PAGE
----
E.ON, one of Germany’s largest utilities, announced a radical move last week to spin off its centralized fossil-fuel assets into a separate company to focus exclusively on renewables, distributed energy and “innovative, customer-oriented solutions.”
German laws requiring power providers to purchasesolarand wind have caused wholesale electricity prices to tumble, making centralized gas, nuclear and coal power plants in the country far less valuable. E.ON expects to lose $5.5 billion this year, due in large part to financial troubles with its conventional power business. Another leading German utility, RWE, lost $3.8 billion last year for the same reason.
“It will become increasingly difficult for a company with a broad portfolio to be successful and to grow in both the new and the conventional energy world," said Johannes Teyssen, E.ON's CEO and board chairman, during a press conference last week.
“A good indicator of the world we’re entering here is certainly far ahead in Europe and particularly in Germany,” he later added. And so this could be where other markets are headed.
Utilities in the United States currently enjoy low natural gas prices and face less aggressive renewable energy mandates. Nonetheless, the plummeting cost of solar and wind energy, and new technologies that allow customers to control and moderate their electricity usage is transforming the energy landscape and putting utilities on the defensive.
Are there any power companies in the U.S. embracing change in a similar way? Although not a regulated utility, the competitive power supplier NRG Energy is arguably closest.
The company retains a fossil-fuel-heavy portfolio, but it is also rapidly expanding into renewable and distributed energy.
“Conventional power generation is growing, and it has to keep up with demand growth. It also has to keep up with the attrition of older plants,” said Mauricio Gutierrez, NRG’s executive vice president and chief operating officer, in a recent interview with Greentech Media.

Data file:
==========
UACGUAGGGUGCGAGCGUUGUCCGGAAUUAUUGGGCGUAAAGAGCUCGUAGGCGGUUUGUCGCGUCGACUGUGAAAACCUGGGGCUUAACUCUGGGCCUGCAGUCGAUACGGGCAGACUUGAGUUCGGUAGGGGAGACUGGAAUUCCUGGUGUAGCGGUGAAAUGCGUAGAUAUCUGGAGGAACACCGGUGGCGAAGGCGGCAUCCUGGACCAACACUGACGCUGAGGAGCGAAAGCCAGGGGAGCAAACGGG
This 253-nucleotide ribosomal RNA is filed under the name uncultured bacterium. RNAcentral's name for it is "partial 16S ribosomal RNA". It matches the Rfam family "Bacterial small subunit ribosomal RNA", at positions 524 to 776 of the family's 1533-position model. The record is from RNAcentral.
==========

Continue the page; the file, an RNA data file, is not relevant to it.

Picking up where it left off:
“But the biggest growth we see is around the renewables space. That’s where you’re really thinking about 10X type of growth,” he said. “We’re seeing it in the solar space, wind, distributed solar and other distributed technologies. So that’s where we want to focus a lot of our attention.”
NRG has taken a number of steps recently to bolster its distributed energy business.
Last month, NRG announced carbon reduction targets to reduce emissions 50 percent below current levels by 2030 and 90 percent by 2050. Distributed renewable energy will play a significant role in meeting the targets, along with a concerted shift from coal generation to natural gas and the commercialization of carbon capture and sequestration.
NRG is already the fourth-largest renewable energy company in the U.S. Last year, the company created a YieldCo, NRG Yield, to manage its renewable assets. YieldCos are publicly traded companies formed to own operating assets that produce cash flow, distributed to investors as dividends. This move arguably puts NRG on track toward a two-tiered business platform.
NRG took another step to separate out its renewable energy assets over the summer by splitting into NRG Business, NRG Renew and NRG Home. NRG Business will encompass the power producer's conventional generation portfolio. NRG Renew will manage all of its utility-scale renewable energy projects. And NRG Home will manage the retail business, including rooftop solar installation, home energy management and electric-vehicle charging.